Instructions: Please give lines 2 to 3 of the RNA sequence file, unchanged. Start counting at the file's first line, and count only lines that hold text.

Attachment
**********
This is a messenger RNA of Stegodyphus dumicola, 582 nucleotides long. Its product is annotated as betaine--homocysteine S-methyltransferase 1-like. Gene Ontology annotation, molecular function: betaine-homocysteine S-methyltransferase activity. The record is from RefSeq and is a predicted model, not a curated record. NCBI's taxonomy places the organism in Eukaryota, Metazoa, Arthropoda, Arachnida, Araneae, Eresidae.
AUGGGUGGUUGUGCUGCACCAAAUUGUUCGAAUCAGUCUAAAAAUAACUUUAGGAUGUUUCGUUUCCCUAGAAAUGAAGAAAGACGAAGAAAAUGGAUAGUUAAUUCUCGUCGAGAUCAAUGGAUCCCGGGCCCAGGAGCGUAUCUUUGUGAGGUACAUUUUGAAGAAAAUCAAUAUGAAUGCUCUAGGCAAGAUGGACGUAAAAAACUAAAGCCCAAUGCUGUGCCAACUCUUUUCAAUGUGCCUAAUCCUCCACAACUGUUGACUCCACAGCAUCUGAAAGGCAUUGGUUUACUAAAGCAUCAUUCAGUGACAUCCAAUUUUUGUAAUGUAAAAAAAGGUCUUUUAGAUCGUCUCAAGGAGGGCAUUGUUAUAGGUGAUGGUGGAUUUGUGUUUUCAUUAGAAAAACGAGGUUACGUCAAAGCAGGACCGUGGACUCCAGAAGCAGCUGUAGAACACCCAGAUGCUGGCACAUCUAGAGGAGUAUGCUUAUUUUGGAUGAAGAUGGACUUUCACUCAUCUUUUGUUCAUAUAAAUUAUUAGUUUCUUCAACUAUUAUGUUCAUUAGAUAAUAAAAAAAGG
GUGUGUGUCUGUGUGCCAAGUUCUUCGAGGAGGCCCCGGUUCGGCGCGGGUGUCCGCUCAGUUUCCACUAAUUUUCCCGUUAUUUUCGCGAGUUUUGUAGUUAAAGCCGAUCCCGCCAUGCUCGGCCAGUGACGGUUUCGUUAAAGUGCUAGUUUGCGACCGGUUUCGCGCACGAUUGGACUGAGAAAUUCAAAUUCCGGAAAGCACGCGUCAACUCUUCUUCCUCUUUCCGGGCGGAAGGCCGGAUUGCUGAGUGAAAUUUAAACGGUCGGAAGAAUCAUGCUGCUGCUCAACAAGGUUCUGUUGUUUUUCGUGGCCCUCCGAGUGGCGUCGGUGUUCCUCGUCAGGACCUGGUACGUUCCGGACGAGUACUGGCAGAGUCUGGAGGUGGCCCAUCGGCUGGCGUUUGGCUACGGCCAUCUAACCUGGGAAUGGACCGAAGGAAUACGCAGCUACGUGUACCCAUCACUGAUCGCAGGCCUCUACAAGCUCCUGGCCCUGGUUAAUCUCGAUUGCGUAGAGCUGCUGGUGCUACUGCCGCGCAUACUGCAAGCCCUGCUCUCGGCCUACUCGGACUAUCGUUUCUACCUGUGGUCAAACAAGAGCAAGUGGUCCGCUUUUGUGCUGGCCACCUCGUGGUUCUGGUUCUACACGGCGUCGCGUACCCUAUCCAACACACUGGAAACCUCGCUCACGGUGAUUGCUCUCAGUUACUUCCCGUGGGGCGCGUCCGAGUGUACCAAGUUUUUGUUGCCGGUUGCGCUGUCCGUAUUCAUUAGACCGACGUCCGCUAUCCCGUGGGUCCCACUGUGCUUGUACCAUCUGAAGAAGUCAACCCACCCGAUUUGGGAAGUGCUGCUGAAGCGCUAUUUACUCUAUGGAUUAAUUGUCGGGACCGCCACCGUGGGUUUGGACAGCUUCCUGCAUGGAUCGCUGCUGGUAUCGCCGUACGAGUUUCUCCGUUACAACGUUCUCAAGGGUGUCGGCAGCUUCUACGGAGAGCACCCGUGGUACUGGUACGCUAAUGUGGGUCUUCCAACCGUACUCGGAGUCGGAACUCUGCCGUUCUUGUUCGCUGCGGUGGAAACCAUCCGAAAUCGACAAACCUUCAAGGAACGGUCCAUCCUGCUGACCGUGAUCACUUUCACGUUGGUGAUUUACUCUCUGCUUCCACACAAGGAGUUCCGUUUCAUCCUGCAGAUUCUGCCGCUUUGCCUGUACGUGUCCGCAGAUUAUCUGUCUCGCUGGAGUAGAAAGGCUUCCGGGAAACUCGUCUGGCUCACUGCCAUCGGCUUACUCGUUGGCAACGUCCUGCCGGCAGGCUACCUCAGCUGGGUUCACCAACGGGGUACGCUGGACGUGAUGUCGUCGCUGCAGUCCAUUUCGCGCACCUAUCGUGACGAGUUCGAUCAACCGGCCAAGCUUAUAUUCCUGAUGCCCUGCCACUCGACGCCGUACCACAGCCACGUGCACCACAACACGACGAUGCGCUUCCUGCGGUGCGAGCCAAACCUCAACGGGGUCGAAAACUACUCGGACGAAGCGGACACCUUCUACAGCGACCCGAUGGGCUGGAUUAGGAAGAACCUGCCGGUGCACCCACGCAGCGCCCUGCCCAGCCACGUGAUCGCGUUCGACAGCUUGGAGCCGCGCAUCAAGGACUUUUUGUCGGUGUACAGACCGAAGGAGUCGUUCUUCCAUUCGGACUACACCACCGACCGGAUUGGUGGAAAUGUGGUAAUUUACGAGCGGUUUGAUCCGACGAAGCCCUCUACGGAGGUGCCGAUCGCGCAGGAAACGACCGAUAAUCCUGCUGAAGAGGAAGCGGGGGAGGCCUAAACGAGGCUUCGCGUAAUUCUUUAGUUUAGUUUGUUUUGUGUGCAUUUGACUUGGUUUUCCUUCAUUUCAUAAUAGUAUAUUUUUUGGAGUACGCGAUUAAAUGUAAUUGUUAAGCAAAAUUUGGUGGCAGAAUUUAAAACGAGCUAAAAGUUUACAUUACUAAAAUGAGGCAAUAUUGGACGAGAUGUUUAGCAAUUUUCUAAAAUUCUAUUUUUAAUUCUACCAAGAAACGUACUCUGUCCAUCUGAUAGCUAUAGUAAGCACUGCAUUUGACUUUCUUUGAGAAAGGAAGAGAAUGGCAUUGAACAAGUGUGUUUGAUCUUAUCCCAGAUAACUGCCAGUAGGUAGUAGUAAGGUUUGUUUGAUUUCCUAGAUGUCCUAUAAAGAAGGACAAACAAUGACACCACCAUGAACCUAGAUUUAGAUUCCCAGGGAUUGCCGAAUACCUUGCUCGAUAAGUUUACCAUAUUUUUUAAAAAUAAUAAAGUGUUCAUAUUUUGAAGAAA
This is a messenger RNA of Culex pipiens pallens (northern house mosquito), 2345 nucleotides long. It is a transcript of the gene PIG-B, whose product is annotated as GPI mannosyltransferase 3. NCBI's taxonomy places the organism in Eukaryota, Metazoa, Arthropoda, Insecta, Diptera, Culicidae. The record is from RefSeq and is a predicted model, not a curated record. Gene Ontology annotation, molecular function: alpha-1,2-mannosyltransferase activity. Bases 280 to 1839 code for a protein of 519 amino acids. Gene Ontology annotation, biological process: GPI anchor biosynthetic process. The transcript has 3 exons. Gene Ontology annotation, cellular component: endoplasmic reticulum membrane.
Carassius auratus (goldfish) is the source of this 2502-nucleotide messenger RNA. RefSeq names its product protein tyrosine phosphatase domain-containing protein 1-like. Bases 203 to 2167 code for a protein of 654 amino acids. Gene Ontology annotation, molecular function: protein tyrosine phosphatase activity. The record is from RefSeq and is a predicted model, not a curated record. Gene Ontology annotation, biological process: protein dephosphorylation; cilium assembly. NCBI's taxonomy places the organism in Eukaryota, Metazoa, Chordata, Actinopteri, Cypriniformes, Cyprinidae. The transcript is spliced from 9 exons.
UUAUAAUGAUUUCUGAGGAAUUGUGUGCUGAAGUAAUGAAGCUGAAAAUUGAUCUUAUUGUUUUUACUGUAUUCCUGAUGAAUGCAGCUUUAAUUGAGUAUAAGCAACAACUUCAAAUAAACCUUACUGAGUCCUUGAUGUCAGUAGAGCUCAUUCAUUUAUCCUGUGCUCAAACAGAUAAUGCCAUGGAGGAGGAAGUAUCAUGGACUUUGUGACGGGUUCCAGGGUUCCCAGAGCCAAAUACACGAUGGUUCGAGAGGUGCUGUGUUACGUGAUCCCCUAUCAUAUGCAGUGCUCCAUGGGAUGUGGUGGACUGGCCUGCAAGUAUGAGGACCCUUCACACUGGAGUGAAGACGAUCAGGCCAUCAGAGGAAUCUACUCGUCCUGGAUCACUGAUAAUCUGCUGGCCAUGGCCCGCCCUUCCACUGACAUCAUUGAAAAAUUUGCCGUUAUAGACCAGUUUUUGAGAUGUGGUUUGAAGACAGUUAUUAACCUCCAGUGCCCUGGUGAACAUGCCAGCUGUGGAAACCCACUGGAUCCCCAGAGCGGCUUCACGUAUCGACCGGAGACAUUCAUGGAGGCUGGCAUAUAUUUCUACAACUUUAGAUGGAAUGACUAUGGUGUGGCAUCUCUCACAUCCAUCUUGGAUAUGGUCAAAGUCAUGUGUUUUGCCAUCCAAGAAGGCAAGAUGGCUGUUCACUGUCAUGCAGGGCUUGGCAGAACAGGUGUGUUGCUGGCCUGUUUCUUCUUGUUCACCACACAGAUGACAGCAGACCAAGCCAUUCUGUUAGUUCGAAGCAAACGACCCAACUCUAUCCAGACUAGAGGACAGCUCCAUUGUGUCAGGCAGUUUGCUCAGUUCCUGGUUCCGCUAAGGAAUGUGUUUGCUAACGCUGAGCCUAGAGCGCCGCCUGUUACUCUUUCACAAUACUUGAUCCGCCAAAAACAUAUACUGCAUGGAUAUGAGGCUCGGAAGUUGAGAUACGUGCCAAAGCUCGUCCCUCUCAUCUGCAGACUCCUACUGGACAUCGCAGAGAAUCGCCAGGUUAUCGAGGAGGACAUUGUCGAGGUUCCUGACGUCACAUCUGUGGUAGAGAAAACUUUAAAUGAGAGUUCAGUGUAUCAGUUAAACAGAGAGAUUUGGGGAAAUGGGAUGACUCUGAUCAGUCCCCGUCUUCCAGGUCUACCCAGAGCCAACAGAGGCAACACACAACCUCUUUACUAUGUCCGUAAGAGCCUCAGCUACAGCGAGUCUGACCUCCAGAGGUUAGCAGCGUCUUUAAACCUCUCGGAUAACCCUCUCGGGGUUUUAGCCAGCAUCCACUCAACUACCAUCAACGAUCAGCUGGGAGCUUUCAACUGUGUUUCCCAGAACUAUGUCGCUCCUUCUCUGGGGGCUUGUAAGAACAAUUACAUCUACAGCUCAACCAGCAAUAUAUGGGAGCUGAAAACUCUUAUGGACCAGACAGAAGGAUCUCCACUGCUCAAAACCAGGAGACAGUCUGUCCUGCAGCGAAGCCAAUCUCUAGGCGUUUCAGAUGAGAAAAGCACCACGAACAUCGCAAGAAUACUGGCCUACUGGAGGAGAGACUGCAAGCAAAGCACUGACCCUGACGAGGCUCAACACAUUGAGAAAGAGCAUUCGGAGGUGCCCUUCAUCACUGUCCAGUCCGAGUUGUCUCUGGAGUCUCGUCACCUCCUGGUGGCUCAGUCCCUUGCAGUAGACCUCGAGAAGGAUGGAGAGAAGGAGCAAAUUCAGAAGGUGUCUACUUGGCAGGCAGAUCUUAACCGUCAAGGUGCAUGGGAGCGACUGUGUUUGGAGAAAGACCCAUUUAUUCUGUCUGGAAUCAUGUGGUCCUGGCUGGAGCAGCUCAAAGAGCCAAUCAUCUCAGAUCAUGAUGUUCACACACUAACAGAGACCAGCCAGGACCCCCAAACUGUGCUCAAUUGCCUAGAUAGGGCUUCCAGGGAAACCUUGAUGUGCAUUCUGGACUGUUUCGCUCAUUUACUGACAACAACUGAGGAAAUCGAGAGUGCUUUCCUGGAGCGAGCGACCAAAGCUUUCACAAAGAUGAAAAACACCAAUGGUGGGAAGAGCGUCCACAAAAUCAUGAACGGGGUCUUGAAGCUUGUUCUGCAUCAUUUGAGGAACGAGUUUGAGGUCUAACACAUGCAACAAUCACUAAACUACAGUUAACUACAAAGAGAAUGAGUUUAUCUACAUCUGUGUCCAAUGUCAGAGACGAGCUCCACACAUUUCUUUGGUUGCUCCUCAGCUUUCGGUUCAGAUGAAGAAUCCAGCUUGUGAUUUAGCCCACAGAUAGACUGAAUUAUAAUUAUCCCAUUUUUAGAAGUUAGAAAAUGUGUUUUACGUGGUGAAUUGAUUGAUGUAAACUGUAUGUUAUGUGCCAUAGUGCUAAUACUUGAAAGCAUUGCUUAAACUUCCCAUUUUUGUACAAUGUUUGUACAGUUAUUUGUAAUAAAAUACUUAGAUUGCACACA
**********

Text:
AUGGGUGGUUGUGCUGCACCAAAUUGUUCGAAUCAGUCUAAAAAUAACUUUAGGAUGUUUCGUUUCCCUAGAAAUGAAGAAAGACGAAGAAAAUGGAUAGUUAAUUCUCGUCGAGAUCAAUGGAUCCCGGGCCCAGGAGCGUAUCUUUGUGAGGUACAUUUUGAAGAAAAUCAAUAUGAAUGCUCUAGGCAAGAUGGACGUAAAAAACUAAAGCCCAAUGCUGUGCCAACUCUUUUCAAUGUGCCUAAUCCUCCACAACUGUUGACUCCACAGCAUCUGAAAGGCAUUGGUUUACUAAAGCAUCAUUCAGUGACAUCCAAUUUUUGUAAUGUAAAAAAAGGUCUUUUAGAUCGUCUCAAGGAGGGCAUUGUUAUAGGUGAUGGUGGAUUUGUGUUUUCAUUAGAAAAACGAGGUUACGUCAAAGCAGGACCGUGGACUCCAGAAGCAGCUGUAGAACACCCAGAUGCUGGCACAUCUAGAGGAGUAUGCUUAUUUUGGAUGAAGAUGGACUUUCACUCAUCUUUUGUUCAUAUAAAUUAUUAGUUUCUUCAACUAUUAUGUUCAUUAGAUAAUAAAAAAAGG
GUGUGUGUCUGUGUGCCAAGUUCUUCGAGGAGGCCCCGGUUCGGCGCGGGUGUCCGCUCAGUUUCCACUAAUUUUCCCGUUAUUUUCGCGAGUUUUGUAGUUAAAGCCGAUCCCGCCAUGCUCGGCCAGUGACGGUUUCGUUAAAGUGCUAGUUUGCGACCGGUUUCGCGCACGAUUGGACUGAGAAAUUCAAAUUCCGGAAAGCACGCGUCAACUCUUCUUCCUCUUUCCGGGCGGAAGGCCGGAUUGCUGAGUGAAAUUUAAACGGUCGGAAGAAUCAUGCUGCUGCUCAACAAGGUUCUGUUGUUUUUCGUGGCCCUCCGAGUGGCGUCGGUGUUCCUCGUCAGGACCUGGUACGUUCCGGACGAGUACUGGCAGAGUCUGGAGGUGGCCCAUCGGCUGGCGUUUGGCUACGGCCAUCUAACCUGGGAAUGGACCGAAGGAAUACGCAGCUACGUGUACCCAUCACUGAUCGCAGGCCUCUACAAGCUCCUGGCCCUGGUUAAUCUCGAUUGCGUAGAGCUGCUGGUGCUACUGCCGCGCAUACUGCAAGCCCUGCUCUCGGCCUACUCGGACUAUCGUUUCUACCUGUGGUCAAACAAGAGCAAGUGGUCCGCUUUUGUGCUGGCCACCUCGUGGUUCUGGUUCUACACGGCGUCGCGUACCCUAUCCAACACACUGGAAACCUCGCUCACGGUGAUUGCUCUCAGUUACUUCCCGUGGGGCGCGUCCGAGUGUACCAAGUUUUUGUUGCCGGUUGCGCUGUCCGUAUUCAUUAGACCGACGUCCGCUAUCCCGUGGGUCCCACUGUGCUUGUACCAUCUGAAGAAGUCAACCCACCCGAUUUGGGAAGUGCUGCUGAAGCGCUAUUUACUCUAUGGAUUAAUUGUCGGGACCGCCACCGUGGGUUUGGACAGCUUCCUGCAUGGAUCGCUGCUGGUAUCGCCGUACGAGUUUCUCCGUUACAACGUUCUCAAGGGUGUCGGCAGCUUCUACGGAGAGCACCCGUGGUACUGGUACGCUAAUGUGGGUCUUCCAACCGUACUCGGAGUCGGAACUCUGCCGUUCUUGUUCGCUGCGGUGGAAACCAUCCGAAAUCGACAAACCUUCAAGGAACGGUCCAUCCUGCUGACCGUGAUCACUUUCACGUUGGUGAUUUACUCUCUGCUUCCACACAAGGAGUUCCGUUUCAUCCUGCAGAUUCUGCCGCUUUGCCUGUACGUGUCCGCAGAUUAUCUGUCUCGCUGGAGUAGAAAGGCUUCCGGGAAACUCGUCUGGCUCACUGCCAUCGGCUUACUCGUUGGCAACGUCCUGCCGGCAGGCUACCUCAGCUGGGUUCACCAACGGGGUACGCUGGACGUGAUGUCGUCGCUGCAGUCCAUUUCGCGCACCUAUCGUGACGAGUUCGAUCAACCGGCCAAGCUUAUAUUCCUGAUGCCCUGCCACUCGACGCCGUACCACAGCCACGUGCACCACAACACGACGAUGCGCUUCCUGCGGUGCGAGCCAAACCUCAACGGGGUCGAAAACUACUCGGACGAAGCGGACACCUUCUACAGCGACCCGAUGGGCUGGAUUAGGAAGAACCUGCCGGUGCACCCACGCAGCGCCCUGCCCAGCCACGUGAUCGCGUUCGACAGCUUGGAGCCGCGCAUCAAGGACUUUUUGUCGGUGUACAGACCGAAGGAGUCGUUCUUCCAUUCGGACUACACCACCGACCGGAUUGGUGGAAAUGUGGUAAUUUACGAGCGGUUUGAUCCGACGAAGCCCUCUACGGAGGUGCCGAUCGCGCAGGAAACGACCGAUAAUCCUGCUGAAGAGGAAGCGGGGGAGGCCUAAACGAGGCUUCGCGUAAUUCUUUAGUUUAGUUUGUUUUGUGUGCAUUUGACUUGGUUUUCCUUCAUUUCAUAAUAGUAUAUUUUUUGGAGUACGCGAUUAAAUGUAAUUGUUAAGCAAAAUUUGGUGGCAGAAUUUAAAACGAGCUAAAAGUUUACAUUACUAAAAUGAGGCAAUAUUGGACGAGAUGUUUAGCAAUUUUCUAAAAUUCUAUUUUUAAUUCUACCAAGAAACGUACUCUGUCCAUCUGAUAGCUAUAGUAAGCACUGCAUUUGACUUUCUUUGAGAAAGGAAGAGAAUGGCAUUGAACAAGUGUGUUUGAUCUUAUCCCAGAUAACUGCCAGUAGGUAGUAGUAAGGUUUGUUUGAUUUCCUAGAUGUCCUAUAAAGAAGGACAAACAAUGACACCACCAUGAACCUAGAUUUAGAUUCCCAGGGAUUGCCGAAUACCUUGCUCGAUAAGUUUACCAUAUUUUUUAAAAAUAAUAAAGUGUUCAUAUUUUGAAGAAA